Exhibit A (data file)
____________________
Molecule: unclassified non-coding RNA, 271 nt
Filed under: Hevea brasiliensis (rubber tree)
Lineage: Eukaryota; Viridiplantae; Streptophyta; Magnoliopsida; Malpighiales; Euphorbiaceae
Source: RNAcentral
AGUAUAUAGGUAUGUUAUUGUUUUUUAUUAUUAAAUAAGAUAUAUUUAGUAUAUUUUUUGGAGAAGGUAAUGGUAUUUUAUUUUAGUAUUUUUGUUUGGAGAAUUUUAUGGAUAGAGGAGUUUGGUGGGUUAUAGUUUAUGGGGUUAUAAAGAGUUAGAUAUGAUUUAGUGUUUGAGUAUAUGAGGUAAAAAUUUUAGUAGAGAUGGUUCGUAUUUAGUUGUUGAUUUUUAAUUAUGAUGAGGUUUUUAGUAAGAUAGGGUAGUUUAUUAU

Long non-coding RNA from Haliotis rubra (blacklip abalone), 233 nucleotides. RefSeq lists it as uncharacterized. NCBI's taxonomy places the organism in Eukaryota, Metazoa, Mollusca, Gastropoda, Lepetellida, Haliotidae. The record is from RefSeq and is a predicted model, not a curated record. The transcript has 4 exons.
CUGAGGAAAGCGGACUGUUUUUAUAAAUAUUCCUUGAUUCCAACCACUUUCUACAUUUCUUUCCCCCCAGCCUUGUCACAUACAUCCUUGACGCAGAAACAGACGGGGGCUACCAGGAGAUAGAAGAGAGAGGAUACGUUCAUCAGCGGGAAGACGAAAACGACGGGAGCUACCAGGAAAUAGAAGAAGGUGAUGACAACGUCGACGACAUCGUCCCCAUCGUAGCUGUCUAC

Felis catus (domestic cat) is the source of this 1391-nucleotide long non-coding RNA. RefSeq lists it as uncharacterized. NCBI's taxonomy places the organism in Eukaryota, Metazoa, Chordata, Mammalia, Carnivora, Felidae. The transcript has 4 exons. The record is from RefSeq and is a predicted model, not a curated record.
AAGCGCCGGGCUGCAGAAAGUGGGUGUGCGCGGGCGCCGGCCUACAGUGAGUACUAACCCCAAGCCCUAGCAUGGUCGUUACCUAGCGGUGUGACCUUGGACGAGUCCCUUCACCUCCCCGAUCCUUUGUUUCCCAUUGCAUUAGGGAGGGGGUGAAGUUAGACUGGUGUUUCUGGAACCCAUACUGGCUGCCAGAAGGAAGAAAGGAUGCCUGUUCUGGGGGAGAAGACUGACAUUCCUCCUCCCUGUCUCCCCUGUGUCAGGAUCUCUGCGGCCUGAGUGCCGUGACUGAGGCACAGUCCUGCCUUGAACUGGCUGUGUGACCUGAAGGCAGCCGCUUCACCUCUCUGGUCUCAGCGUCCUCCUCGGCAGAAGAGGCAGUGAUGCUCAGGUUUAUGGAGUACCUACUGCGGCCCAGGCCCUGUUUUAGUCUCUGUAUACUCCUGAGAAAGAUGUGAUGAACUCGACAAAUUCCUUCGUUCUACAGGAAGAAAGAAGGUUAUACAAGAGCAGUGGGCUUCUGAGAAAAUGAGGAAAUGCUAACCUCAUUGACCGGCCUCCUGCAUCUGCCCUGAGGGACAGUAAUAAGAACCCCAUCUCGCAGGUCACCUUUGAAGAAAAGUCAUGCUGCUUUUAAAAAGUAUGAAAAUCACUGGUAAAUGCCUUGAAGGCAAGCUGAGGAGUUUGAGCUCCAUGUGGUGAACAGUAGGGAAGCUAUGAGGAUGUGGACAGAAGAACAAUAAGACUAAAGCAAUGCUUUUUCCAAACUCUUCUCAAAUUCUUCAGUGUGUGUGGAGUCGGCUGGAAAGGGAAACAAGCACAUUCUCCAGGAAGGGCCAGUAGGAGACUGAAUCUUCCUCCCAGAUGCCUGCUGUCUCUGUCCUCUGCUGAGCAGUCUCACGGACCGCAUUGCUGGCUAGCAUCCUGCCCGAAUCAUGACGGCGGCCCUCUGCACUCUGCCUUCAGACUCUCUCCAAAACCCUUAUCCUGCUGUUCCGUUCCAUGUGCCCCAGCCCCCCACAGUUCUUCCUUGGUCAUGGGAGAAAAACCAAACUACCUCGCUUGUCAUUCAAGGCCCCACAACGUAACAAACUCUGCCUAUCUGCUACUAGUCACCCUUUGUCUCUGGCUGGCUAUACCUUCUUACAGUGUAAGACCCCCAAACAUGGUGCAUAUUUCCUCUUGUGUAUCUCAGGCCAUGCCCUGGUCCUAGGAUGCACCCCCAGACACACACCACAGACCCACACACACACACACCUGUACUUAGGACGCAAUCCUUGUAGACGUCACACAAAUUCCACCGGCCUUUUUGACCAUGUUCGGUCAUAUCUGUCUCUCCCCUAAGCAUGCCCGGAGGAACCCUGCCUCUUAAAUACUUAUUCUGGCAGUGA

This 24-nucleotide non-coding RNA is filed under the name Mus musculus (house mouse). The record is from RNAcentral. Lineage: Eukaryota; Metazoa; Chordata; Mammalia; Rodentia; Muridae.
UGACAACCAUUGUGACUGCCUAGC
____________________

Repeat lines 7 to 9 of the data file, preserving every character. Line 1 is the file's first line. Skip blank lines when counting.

CUGAGGAAAGCGGACUGUUUUUAUAAAUAUUCCUUGAUUCCAACCACUUUCUACAUUUCUUUCCCCCCAGCCUUGUCACAUACAUCCUUGACGCAGAAACAGACGGGGGCUACCAGGAGAUAGAAGAGAGAGGAUACGUUCAUCAGCGGGAAGACGAAAACGACGGGAGCUACCAGGAAAUAGAAGAAGGUGAUGACAACGUCGACGACAUCGUCCCCAUCGUAGCUGUCUAC

Felis catus (domestic cat) is the source of this 1391-nucleotide long non-coding RNA. RefSeq lists it as uncharacterized. NCBI's taxonomy places the organism in Eukaryota, Metazoa, Chordata, Mammalia, Carnivora, Felidae. The transcript has 4 exons. The record is from RefSeq and is a predicted model, not a curated record.
AAGCGCCGGGCUGCAGAAAGUGGGUGUGCGCGGGCGCCGGCCUACAGUGAGUACUAACCCCAAGCCCUAGCAUGGUCGUUACCUAGCGGUGUGACCUUGGACGAGUCCCUUCACCUCCCCGAUCCUUUGUUUCCCAUUGCAUUAGGGAGGGGGUGAAGUUAGACUGGUGUUUCUGGAACCCAUACUGGCUGCCAGAAGGAAGAAAGGAUGCCUGUUCUGGGGGAGAAGACUGACAUUCCUCCUCCCUGUCUCCCCUGUGUCAGGAUCUCUGCGGCCUGAGUGCCGUGACUGAGGCACAGUCCUGCCUUGAACUGGCUGUGUGACCUGAAGGCAGCCGCUUCACCUCUCUGGUCUCAGCGUCCUCCUCGGCAGAAGAGGCAGUGAUGCUCAGGUUUAUGGAGUACCUACUGCGGCCCAGGCCCUGUUUUAGUCUCUGUAUACUCCUGAGAAAGAUGUGAUGAACUCGACAAAUUCCUUCGUUCUACAGGAAGAAAGAAGGUUAUACAAGAGCAGUGGGCUUCUGAGAAAAUGAGGAAAUGCUAACCUCAUUGACCGGCCUCCUGCAUCUGCCCUGAGGGACAGUAAUAAGAACCCCAUCUCGCAGGUCACCUUUGAAGAAAAGUCAUGCUGCUUUUAAAAAGUAUGAAAAUCACUGGUAAAUGCCUUGAAGGCAAGCUGAGGAGUUUGAGCUCCAUGUGGUGAACAGUAGGGAAGCUAUGAGGAUGUGGACAGAAGAACAAUAAGACUAAAGCAAUGCUUUUUCCAAACUCUUCUCAAAUUCUUCAGUGUGUGUGGAGUCGGCUGGAAAGGGAAACAAGCACAUUCUCCAGGAAGGGCCAGUAGGAGACUGAAUCUUCCUCCCAGAUGCCUGCUGUCUCUGUCCUCUGCUGAGCAGUCUCACGGACCGCAUUGCUGGCUAGCAUCCUGCCCGAAUCAUGACGGCGGCCCUCUGCACUCUGCCUUCAGACUCUCUCCAAAACCCUUAUCCUGCUGUUCCGUUCCAUGUGCCCCAGCCCCCCACAGUUCUUCCUUGGUCAUGGGAGAAAAACCAAACUACCUCGCUUGUCAUUCAAGGCCCCACAACGUAACAAACUCUGCCUAUCUGCUACUAGUCACCCUUUGUCUCUGGCUGGCUAUACCUUCUUACAGUGUAAGACCCCCAAACAUGGUGCAUAUUUCCUCUUGUGUAUCUCAGGCCAUGCCCUGGUCCUAGGAUGCACCCCCAGACACACACCACAGACCCACACACACACACACCUGUACUUAGGACGCAAUCCUUGUAGACGUCACACAAAUUCCACCGGCCUUUUUGACCAUGUUCGGUCAUAUCUGUCUCUCCCCUAAGCAUGCCCGGAGGAACCCUGCCUCUUAAAUACUUAUUCUGGCAGUGA